(1) Eight movements of the arms (Bahu) are: Sarala (simple);Pronnata (raised); Nyanca (lowered); Kuncita (bent); Lalita (graceful); Lolita (swinging); Calita (shaken); and, Paravrtta (turned back).

[Bharata mentioned ten movements of the arms; but had not described them.]

(2) Four movements of the wrists – Akuncita (moving out); Nikuncita (moving in); Bhramita (circular); and, Sama (natural).

[Bharata had not mentioned wrist positions and movements separately; but had dealt with them under Nrtta-hasthas.]

(3) Three groups of hand (Hastha-bheda) gestures are: twenty seven single hand gestures (Asamyuta-hastas); thirteen gestures of both the hands combined (Samyuta-hastas); and twenty four Nrtta –hasthas.  The three together make sixty-four hand gestures.

[The movements of the hands (Hastha) are discussed in detail both in the Natyashastra and in the Nrtya-Vinoda. Bharata had included the hand-gestures under the category of Anga (major limbs); while Someshvara brought them under Pratyanga (minor limbs). The number of hand-gestures and the composition each of the three varieties does vary; but, the total number of hand-gestures, in either of the texts, is sixty four.

However, the names and uses of many Hasthas of Nrtya Vinoda differ from those listed in the Natyashastra.

For instance; Someshvara does not mention the single-hand gestures Lalita and Valita; as also the Nrtta-hastha Arala. He substitutes them by other Hasthas. And, in the case of Musti, he includes an additional type of Musti, where the thumb is beneath the other fingers. And, in certain instances, Somesvara goes further than Bharata, by giving the exact positions of the fingers, while describing a hand-gesture; as in Ardhacandra, Mrgasira and Padmakosa.

Bharata had stated that the hand-gestures and their use, as mentioned by him, are merely indicative; and, it is left to the ingenuity of the performer to improvise, to convey the intended meaning. Such possibilities, he said, are endless. Someshvara also made a similar remark.]

Both the authors – Bharata and Someshvara- describe four categories of the Karanas of the hand: Avestita, Udvestita, Vyavartita and Parivartita.

These gestures also associated with Nrtta-hasthas, in their various movements, when applied either in Dance or Drama, should be followed by Karanas having appropriate expression of the face, the eyebrows and the eyes.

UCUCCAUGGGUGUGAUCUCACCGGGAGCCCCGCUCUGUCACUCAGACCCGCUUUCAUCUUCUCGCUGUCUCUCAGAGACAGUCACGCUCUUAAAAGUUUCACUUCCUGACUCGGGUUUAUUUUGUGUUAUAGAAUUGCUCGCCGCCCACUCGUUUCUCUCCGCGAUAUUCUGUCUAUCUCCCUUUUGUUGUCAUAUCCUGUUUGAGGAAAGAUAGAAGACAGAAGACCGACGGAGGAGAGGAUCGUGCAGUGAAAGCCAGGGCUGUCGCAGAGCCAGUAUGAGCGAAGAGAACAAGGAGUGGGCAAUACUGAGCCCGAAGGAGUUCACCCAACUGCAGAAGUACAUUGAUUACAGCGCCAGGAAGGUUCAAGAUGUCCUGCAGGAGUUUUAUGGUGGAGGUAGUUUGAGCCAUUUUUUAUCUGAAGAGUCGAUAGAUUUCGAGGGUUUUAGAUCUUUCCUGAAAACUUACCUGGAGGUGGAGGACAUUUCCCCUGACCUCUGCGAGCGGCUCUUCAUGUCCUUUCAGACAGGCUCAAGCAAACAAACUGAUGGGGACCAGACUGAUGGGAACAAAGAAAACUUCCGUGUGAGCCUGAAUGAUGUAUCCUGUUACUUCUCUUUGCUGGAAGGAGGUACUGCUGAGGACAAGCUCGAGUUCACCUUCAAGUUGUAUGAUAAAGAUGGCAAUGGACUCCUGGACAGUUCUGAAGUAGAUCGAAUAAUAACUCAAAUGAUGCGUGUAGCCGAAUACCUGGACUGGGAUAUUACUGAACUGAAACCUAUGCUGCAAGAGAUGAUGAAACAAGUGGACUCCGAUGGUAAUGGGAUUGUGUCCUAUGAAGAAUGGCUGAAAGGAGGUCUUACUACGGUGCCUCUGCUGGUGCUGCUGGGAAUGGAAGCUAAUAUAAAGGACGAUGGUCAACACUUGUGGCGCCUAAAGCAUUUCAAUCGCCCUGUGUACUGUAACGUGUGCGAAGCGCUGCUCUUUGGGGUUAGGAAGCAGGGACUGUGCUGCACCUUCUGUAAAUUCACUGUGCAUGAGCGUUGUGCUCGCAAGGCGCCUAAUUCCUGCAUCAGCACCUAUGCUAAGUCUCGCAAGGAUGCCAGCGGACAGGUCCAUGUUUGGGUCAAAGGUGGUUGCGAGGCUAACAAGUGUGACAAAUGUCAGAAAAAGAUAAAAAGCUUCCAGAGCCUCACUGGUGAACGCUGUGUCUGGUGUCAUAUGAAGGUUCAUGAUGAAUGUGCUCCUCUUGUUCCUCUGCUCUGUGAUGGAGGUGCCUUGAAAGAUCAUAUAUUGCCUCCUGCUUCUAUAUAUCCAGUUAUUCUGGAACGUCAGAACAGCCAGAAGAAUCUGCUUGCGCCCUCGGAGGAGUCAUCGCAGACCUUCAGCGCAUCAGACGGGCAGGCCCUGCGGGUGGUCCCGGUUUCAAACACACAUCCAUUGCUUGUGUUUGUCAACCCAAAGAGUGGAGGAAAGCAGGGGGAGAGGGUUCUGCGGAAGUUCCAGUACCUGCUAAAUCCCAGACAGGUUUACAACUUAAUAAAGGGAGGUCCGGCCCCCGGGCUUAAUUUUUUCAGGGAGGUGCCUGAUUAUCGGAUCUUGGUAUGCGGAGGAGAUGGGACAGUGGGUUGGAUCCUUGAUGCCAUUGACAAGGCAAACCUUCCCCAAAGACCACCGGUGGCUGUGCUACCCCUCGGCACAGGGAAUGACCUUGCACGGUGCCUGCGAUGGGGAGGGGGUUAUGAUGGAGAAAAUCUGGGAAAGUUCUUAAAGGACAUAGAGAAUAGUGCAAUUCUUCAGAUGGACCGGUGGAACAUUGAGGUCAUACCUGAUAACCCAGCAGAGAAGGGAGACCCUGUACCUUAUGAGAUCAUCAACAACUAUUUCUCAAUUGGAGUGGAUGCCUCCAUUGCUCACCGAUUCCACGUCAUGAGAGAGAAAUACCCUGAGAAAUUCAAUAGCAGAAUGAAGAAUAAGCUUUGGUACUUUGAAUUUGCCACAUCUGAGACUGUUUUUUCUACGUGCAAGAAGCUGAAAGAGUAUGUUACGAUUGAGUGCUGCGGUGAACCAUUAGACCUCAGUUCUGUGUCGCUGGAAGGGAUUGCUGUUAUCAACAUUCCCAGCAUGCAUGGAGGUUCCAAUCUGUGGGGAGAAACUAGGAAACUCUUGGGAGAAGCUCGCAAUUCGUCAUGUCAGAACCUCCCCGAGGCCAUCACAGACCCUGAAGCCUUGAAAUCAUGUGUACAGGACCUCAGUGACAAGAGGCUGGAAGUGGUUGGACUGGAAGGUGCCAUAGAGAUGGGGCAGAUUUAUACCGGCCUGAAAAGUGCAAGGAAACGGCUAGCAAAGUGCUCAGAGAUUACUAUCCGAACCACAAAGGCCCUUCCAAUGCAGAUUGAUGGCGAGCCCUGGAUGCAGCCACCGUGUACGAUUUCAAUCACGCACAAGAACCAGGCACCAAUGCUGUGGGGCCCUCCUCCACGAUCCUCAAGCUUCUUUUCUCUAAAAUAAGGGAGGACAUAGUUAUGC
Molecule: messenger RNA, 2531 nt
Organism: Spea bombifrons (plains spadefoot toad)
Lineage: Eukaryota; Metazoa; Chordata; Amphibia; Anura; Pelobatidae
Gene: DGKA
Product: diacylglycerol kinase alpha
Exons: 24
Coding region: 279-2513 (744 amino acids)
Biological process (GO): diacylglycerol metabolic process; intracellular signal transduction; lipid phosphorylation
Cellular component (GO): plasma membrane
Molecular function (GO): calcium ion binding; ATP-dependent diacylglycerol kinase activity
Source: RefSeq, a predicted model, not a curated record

(4) Seven movements of the knees (Janu) are – Unnata (raised); Nata (lowered); Kuncita (bent); Ardha-kuncita (half bent); Samhata (joined); Vistrtta (spread out; and Sama (natural).

 [Natyashastra doesn’t analyze movements of the knee (janu), the anklets (gulpha) and the toes of the feet; as is done by other texts. But, it described the five shank-movements, as arising out of the manipulation of the knees.]

(5) Five movements of the shanks (Jangha) are – Nihasrta (stretched forward); Paravrtta (kept backwards), Tirascina (side touching the ground), Kampita (tremulous) and Bahikranta (moving outwards).

[But these do not resemble any of the shank movements found in the Natyashastra. Someshvara might have taken these movements from some other text. The five movements of the shanks (Jangha) as mentioned in the Natyashastra are:  Avartita (turned, left foot turning to the right and the right turning to the left); Nata (knees bent); Ksipta (knees thrown out); Udvahita (raising the shank up); and, Parivrtta (turning back of a shank)]

(6) Nine movements of the feet (Pada-bheda) are:  Ghatita (striking with the heel); Ghatitotsedha (striking with the toe and heel); Mardita (sole rubbing the ground; Tadita (striking with toes); Agraga (slipping the foot forward), Parsniga (moving backwards on the heels); Parsvaga (moving with the sides of the feet); Suci (standing on the toes) ; and Nija (natural).

Along with the movements of the feet five movements of the toes are described namely – Avaksipta (lowered); Utksipta (raised), Kuncita (contracted); Prasarita (stretched); and, Samlagna (joined).

The Natyashastra does not specifically discuss the toe movements.

[Natyashastra had described five kinds of feet positions: Udghattita; Sama; Agratala-sancara; Ancita; and, Kuncita.

Agraga and Parsvaga, the two feet movements indicated by Someshvara were not mentioned by Bharata.

There is one major difference between these two sets of feet movements. In the Natyashastra the feet movements indicate floor contacts and placing the feet in a particular position. But in the Nrtya-Vinoda, except for Suci and Nija, all other feet movements, consist of actual movements, which arise out of the combinations of the basic feet positions, as mentioned by Bharata.

For example, Ghatita, Ghatitotsedha, Tadita and Parsniga are all combinations of Ancita and Kuncita feet positions. And, Suci and Nija are only static positions. They correspond to the descriptions of Samapada and Sama respectively, as given by Bharata.]